“When you walk into the Dutch Dialysis Center you see blood everywhere.” Sherri Rosen accompanies a male friend to dialysis and learns about herself in the process.
His name is Henk. He is 59 years old. He lives in Holland and is dealing with a health crisis, and he is my friend. I would describe him with a Yiddish expression as a “mensch”, someone who is really nice.
I went to visit him in Amsterdam, Holland a week after New Years. We had met on the internet over 10 years ago, and this was the first time we were to meet in person.
He has been suffering from kidney disease for over a year, and has to go to dialysis 3 times a week. Before I came over he asked me if I would like to go with him. It’s a 4 hour process. I thought about it and said I would go. He goes from 3 pm until 7pm.
I went with him on the first day I arrived in Amsterdam. A taxi service has been arranged to bring him to the dialysis clinic and be there when he needs to go home
When you walk into the Dutch Dialysis Center you see blood everywhere. Not in a violent or messy sense, but people attached to machines where you see their blood traveling through tubes to be cleansed and help them stay alive. They are each in private cubicles separated by curtains.
Beforehand Henk asked me if I wanted to watch a DVD during the long process with him, so we chose to watch “Dr. Zhivago”.
I told Henk that I just did not want to see the needle injected in him and taken out. I asked him if it was painful when they put the needle in and take it out and he said yes. They keep using the same vein to make it healthy and strong to undergo such weekly treatments.
It seemed like such a natural occurrence for me to be there with him, and he was so very appreciative of my support. He even asked me what food he should buy for me ahead of time so I could eat while there. The center gives each patient supper if they are there in the early evening consisting of protein, starch, a vegetable, yogurt for dessert and juice.
I kept nodding off because I was so tired from the seven and a half hour flight. My friend kept thanking me for coming. He was surprised that I would actually come and I was surprised that it seemed the most natural thing to do.
I’ve never had such an appreciation for blood—and such an appreciation for all these lives that were being saved and seeing my friend so well taken care of by the nurses. The people see one another every week so a community is formed with one another saying hello, sometimes joking with nurses or sometimes feeling very depressed and not wanting to talk. My friend told me many feel hopeless, but Henk has this wonderful youthful spirit full of hope. He also told me he is not afraid to die.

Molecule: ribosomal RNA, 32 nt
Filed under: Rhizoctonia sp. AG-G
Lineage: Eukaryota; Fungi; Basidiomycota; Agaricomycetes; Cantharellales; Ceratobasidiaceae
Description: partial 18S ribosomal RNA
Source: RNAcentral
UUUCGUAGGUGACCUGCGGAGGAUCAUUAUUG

I had another male friend who had to go thru dialysis many years ago before he got his transplant, but would never allow his wife and 2 children or anyone of his family or friends to see him while he was hooked up to the dialysis machine.
The dialysis machines make these funny sounding noises if everything is okay and another sound if a patient’s machine needs regulating. The nurses are very aware of what is going on and are constantly checking the patients. There is also another sound when the patient’s 4 hour treatment is up. My friend would look at his machine and occasionally he would have to make adjustments. Before the doctor knew what my friend was suffering from he almost died. Could not walk and had to depend upon his friends and his brother to keep him alive. Such a challenge for a very independent man who was never in any kind of long term relationship. He said that, “I would now like to come home to someone to share my life with.”
When his doctor says he is ready for a kidney transplant his name goes on a list or Henk’s brother may donate his kidney if he is in good health at the time. My friend said, “I would do the same for my brother.” His younger brother was so scared of losing him, because the rest of the family is deceased and they love one another.
While there, Henk would check his cellphone, watch the film, look at me and smile and continuously say, “thank you for coming with me.” I would also witness his energy become more vibrant as his blood was being purified. So much so that after the taxi dropped us off to go home we went to a local cafe for a coffee and dessert, and the next 2 days we toured all through Amsterdam.
How many men do I know that would allow me to see them in this most vulnerable state? Not many, but when they do I feel their courage and strength and it’s not only healing for them but for me as well.
Photo: newslighter / flickr